Several of the industry’s top-performing companies have been guided by CFOs with an expansive sense of what the finance office should offer to the business. Increasingly CFOs are developing the...
energy code. While existing homes can qualify for EnergyStar, retrofitting is much more expensive than building with an initial design that is energy efficient.
Progress' Duncan compares an EnergyStar home rating to a Good Housekeeping seal of approval. In a competitive housing market, he says, the rating is something builders can use to differentiate their offerings. While consumers often don't know to demand an EnergyStar rating, Duncan thinks there will be increasing demand for such homes as energy costs climb. In addition to the discounted electricity rate, Duncan emphasizes that a 1 percent additional building cost on a $200,000 home will be more than repaid within two years, between the discount and the decrease in the home's energy use. And, he says, if a customer stays in the home for 20 years, she will over time save the equivalent of one year of power bills.
The major costs of Progress' program are the training it offers to builders throughout its service territory, plus the bill inserts for the company's 900,000 or so customers.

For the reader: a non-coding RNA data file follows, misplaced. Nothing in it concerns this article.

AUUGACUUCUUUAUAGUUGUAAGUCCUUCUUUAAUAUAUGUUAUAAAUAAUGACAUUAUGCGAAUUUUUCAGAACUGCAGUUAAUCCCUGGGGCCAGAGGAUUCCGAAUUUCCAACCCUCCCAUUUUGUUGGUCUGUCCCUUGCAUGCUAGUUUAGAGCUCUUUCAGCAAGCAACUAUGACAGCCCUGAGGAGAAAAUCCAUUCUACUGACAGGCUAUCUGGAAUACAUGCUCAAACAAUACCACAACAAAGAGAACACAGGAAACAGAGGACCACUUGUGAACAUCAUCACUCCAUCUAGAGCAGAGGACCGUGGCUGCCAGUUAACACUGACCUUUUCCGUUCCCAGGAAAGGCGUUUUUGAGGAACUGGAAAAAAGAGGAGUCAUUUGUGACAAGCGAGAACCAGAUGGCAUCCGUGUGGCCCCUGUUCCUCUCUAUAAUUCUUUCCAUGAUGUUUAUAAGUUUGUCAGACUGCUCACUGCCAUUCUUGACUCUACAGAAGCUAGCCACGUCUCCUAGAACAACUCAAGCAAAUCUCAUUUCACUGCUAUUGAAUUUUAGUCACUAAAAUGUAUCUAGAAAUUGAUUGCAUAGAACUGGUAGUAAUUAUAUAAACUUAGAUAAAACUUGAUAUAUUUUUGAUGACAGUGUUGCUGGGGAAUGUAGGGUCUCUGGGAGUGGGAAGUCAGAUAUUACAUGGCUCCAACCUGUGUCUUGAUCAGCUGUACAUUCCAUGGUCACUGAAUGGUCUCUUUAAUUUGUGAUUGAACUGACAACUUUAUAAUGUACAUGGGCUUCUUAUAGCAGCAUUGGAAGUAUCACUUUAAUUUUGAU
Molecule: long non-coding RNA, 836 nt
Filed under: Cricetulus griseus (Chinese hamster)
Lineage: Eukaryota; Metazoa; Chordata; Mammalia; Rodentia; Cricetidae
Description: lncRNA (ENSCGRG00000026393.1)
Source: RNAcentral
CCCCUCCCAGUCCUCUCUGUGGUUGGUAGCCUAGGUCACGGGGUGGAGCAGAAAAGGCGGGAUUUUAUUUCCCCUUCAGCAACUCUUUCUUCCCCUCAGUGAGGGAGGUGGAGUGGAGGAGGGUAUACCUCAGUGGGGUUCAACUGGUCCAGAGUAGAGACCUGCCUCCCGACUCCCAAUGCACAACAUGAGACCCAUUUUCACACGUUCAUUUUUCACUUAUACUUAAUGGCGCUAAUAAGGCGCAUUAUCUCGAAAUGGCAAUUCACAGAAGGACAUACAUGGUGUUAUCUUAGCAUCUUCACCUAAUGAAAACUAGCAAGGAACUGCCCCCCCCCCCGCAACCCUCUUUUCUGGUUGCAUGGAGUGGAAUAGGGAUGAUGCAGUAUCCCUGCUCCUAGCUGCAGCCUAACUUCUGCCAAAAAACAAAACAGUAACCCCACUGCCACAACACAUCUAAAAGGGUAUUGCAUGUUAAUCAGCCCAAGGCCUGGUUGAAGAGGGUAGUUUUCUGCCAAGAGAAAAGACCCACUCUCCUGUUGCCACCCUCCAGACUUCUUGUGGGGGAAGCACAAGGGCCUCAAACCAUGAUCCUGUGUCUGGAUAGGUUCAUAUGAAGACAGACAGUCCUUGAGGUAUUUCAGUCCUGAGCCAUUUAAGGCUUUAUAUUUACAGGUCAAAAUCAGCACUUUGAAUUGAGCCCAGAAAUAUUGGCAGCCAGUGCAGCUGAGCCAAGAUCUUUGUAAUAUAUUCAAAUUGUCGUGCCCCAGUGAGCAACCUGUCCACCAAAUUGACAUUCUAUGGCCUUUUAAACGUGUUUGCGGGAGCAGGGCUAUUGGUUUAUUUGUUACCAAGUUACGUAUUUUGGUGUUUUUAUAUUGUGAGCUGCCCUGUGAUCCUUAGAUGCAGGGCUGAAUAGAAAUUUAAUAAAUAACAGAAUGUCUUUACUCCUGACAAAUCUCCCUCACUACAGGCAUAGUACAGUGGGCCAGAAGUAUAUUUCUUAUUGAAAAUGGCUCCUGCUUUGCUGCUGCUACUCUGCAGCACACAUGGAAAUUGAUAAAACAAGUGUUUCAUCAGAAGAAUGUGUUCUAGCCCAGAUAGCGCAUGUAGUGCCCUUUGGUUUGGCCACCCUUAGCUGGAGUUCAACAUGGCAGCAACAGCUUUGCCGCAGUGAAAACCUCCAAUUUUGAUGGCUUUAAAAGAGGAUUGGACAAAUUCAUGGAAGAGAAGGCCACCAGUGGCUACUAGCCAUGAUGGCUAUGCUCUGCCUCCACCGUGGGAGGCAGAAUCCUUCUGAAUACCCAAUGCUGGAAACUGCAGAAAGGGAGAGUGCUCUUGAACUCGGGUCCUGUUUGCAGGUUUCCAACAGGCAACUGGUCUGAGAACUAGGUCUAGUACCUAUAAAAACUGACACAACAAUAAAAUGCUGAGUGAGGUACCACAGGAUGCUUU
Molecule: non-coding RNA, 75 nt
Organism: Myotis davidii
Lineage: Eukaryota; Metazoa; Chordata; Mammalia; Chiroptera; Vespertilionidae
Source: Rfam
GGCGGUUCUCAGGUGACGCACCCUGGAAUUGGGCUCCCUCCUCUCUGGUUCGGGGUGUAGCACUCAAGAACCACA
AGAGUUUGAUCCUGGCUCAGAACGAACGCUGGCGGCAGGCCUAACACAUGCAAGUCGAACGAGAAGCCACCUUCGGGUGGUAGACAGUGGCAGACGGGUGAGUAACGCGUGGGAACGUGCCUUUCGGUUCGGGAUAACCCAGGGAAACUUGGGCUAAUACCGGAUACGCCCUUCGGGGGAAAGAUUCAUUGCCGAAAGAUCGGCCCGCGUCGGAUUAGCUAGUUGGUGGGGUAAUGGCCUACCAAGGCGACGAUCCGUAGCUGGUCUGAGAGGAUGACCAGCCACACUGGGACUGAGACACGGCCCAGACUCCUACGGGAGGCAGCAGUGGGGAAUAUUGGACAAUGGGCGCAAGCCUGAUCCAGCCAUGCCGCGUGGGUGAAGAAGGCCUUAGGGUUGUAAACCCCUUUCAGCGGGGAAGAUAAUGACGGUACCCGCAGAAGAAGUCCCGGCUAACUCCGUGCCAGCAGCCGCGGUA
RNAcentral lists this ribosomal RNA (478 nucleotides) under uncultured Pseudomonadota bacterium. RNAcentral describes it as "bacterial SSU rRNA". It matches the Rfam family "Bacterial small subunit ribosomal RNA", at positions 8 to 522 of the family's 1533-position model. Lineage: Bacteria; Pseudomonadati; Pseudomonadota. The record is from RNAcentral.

The payback for Progress is something that Duncan doesn't like to put into dollars and cents. "If you can tell me how much a pound of customer satisfaction sells for on the open market, and how I can weigh that," then he says he could come up with a figure. Instead, he points to the positive feelings that customers who participate in the green building program have toward the utility, and that customers also feel like they are doing something to help the environment. In the end, Duncan says Progress views money spent on its green building program to be an investment, rather than an expense.
Whatever the reason for utility participation in green building, it's a trend that utilities are certainly not ignoring.
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